Verification failure
139944505955992:error:21075075:PKCS7 routines:PKCS7_verify:certificate verify error:pk7_smime.c:336:Verify error:unsupported certificate purpose

Attempt to verify, skipping extension checks:
$ openssl smime -verify -CAfile root.pem -in signed-crlsign.pkcs7 -out /dev/null -signer signing-crlsign.pem -purpose any
Verification successful

Attempt to verify it, specifying the OpenSSL "purpose" which the signing certificate satisfies:
$ openssl smime -verify -CAfile root.pem -in signed-crlsign.pkcs7 -out /dev/null -signer signing-crlsign.pem -purpose crlsign
Verification successful


Verification with the C API

The code below is "demo", any real application would have at least to check return codes of all system calls and free any allocated resources. But you can see how the verification of PKCS#7 structure (unexpectedly) fails, and succeeds after setting the "purpose" which the signing certificate satisfies:
int main(int argc, char* argv[]) {
  X509_STORE *trusted_store;
  X509_STORE_CTX *ctx;
  STACK_OF(X509) *cert_chain;
  X509 *root, *intermediate, *signing;
  BIO *in;
  int purpose, ret;
  X509_VERIFY_PARAM *verify_params;
  PKCS7 *p7;
  FILE *fp;
  int fd;


  fd = open("signed-ext-no-smimesign.pkcs7", O_RDONLY);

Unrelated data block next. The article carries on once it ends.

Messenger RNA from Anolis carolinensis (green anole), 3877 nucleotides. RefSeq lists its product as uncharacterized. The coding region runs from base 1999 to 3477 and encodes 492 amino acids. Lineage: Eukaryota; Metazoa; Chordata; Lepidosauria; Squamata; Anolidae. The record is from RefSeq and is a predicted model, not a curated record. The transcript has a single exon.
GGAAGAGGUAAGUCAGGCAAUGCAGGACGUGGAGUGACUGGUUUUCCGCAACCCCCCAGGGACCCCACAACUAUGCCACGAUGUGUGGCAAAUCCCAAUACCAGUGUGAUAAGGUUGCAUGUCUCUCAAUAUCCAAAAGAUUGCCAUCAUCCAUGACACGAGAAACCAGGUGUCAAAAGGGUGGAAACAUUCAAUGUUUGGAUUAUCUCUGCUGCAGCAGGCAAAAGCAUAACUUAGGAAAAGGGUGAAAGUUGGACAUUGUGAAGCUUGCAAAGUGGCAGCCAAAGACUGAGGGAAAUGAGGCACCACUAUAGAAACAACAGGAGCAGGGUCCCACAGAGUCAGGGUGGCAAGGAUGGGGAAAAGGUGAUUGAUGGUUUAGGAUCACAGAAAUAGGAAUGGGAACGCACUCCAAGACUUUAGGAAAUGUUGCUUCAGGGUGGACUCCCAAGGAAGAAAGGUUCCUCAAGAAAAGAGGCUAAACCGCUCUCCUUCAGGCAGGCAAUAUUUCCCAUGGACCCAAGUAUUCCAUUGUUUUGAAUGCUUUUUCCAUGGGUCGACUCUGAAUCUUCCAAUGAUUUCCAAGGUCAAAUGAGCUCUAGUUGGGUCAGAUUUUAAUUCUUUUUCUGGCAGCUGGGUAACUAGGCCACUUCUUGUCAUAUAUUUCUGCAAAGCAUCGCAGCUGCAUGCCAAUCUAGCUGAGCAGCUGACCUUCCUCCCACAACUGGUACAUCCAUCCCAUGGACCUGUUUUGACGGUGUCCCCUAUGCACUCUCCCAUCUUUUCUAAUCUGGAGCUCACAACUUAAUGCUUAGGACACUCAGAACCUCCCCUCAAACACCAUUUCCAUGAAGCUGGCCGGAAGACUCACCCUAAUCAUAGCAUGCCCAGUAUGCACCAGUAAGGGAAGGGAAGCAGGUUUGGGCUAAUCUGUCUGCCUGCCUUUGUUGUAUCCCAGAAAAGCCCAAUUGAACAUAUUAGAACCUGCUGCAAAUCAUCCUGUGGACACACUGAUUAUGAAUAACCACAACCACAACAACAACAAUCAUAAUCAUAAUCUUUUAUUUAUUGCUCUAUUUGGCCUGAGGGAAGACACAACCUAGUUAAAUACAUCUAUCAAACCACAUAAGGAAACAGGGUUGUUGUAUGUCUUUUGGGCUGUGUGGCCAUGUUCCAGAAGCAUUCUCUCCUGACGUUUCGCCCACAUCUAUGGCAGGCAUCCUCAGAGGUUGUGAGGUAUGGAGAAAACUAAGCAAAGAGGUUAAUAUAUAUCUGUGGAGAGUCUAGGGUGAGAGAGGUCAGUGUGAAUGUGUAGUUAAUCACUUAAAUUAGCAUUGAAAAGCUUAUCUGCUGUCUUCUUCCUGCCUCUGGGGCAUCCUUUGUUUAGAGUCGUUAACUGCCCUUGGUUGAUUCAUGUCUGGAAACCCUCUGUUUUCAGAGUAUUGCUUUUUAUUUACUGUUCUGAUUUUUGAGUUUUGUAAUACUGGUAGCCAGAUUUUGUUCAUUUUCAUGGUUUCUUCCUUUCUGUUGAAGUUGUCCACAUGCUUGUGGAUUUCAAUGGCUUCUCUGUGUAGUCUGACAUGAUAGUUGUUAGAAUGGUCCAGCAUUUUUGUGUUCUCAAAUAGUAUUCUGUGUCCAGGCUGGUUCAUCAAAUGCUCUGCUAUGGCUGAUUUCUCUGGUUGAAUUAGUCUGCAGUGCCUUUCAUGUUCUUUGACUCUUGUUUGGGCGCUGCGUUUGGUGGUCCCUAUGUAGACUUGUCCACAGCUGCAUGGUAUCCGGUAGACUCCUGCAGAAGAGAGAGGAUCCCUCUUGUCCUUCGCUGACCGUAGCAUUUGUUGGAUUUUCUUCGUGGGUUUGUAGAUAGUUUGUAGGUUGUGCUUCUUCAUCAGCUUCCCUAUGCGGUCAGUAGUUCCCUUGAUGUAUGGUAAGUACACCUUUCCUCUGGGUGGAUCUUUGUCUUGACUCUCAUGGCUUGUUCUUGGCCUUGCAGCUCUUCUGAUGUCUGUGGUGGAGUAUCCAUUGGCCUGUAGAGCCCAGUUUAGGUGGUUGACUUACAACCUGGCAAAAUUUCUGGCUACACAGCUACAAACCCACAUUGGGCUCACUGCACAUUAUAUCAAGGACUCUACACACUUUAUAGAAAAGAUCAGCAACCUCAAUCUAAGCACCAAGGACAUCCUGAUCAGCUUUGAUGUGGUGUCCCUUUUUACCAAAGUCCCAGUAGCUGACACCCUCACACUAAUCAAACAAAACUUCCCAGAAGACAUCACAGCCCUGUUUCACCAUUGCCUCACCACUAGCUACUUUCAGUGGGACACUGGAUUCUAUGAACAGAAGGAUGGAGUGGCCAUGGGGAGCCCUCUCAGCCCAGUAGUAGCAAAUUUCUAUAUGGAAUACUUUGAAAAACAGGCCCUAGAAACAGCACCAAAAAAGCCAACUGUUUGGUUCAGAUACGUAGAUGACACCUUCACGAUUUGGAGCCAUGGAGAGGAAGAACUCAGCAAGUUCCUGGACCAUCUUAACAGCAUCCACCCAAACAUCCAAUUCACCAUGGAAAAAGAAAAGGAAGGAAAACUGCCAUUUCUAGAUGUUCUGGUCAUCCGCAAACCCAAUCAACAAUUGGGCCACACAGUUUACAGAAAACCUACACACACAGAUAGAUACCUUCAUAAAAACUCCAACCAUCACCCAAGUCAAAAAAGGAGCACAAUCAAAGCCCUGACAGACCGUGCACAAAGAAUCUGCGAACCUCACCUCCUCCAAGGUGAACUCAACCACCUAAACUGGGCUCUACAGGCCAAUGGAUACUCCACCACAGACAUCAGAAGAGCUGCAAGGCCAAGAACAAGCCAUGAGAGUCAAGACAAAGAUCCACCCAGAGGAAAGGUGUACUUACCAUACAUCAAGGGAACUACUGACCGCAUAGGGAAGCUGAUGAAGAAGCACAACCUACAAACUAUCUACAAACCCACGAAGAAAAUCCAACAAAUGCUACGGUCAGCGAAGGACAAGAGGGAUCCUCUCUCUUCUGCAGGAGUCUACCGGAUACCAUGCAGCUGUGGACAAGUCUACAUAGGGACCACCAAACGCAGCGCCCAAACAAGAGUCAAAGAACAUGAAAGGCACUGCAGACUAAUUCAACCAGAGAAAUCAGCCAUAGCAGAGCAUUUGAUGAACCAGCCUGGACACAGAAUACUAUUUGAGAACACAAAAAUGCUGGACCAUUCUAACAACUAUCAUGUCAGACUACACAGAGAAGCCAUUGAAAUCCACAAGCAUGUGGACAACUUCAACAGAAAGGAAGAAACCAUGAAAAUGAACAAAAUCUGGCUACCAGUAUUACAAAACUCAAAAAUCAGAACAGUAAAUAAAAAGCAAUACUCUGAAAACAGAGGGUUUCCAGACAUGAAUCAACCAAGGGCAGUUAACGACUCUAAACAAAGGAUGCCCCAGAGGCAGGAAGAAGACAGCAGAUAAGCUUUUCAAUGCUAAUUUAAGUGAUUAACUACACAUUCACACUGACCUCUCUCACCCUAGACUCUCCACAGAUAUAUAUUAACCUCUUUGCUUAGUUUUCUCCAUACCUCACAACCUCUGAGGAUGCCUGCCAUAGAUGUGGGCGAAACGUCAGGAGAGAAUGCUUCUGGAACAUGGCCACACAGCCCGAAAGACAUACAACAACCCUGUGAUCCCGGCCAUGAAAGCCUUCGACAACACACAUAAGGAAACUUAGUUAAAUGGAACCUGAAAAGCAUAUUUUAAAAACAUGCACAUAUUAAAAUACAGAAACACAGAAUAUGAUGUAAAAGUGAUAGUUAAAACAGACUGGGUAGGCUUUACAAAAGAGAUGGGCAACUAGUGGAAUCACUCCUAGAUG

in = BIO_new_fd(fd, BIO_NOCLOSE);
  p7 = SMIME_read_PKCS7(in, NULL);

  cert_chain = sk_X509_new_null();

  fp = fopen("root.pem", "r");
  root = PEM_read_X509(fp, NULL, NULL, NULL);
  sk_X509_push(cert_chain, root);

  fp = fopen("intermediate.pem", "r");
  intermediate = PEM_read_X509(fp, NULL, NULL, NULL);
  sk_X509_push(cert_chain, intermediate);

  trusted_store = X509_STORE_new();
  X509_STORE_add_cert(trusted_store, root);

  fp = fopen("signing-ext-no-smimesign.pem", "r");
  signing = PEM_read_X509(fp, NULL, NULL, NULL);

  ret = PKCS7_verify(p7, cert_chain, trusted_store, NULL, NULL, 0);
  printf("Verification without specifying params: %s\n", ret ? "OK" : "failure");

  /* Now set a suitable OpenSSL's "purpose", or disable its checking.
   * Note: since OpenSSL 1.1.0, we'd not need `ctx`, but could just use:
   * verify_params = X509_STORE_get0_param(trusted_store); */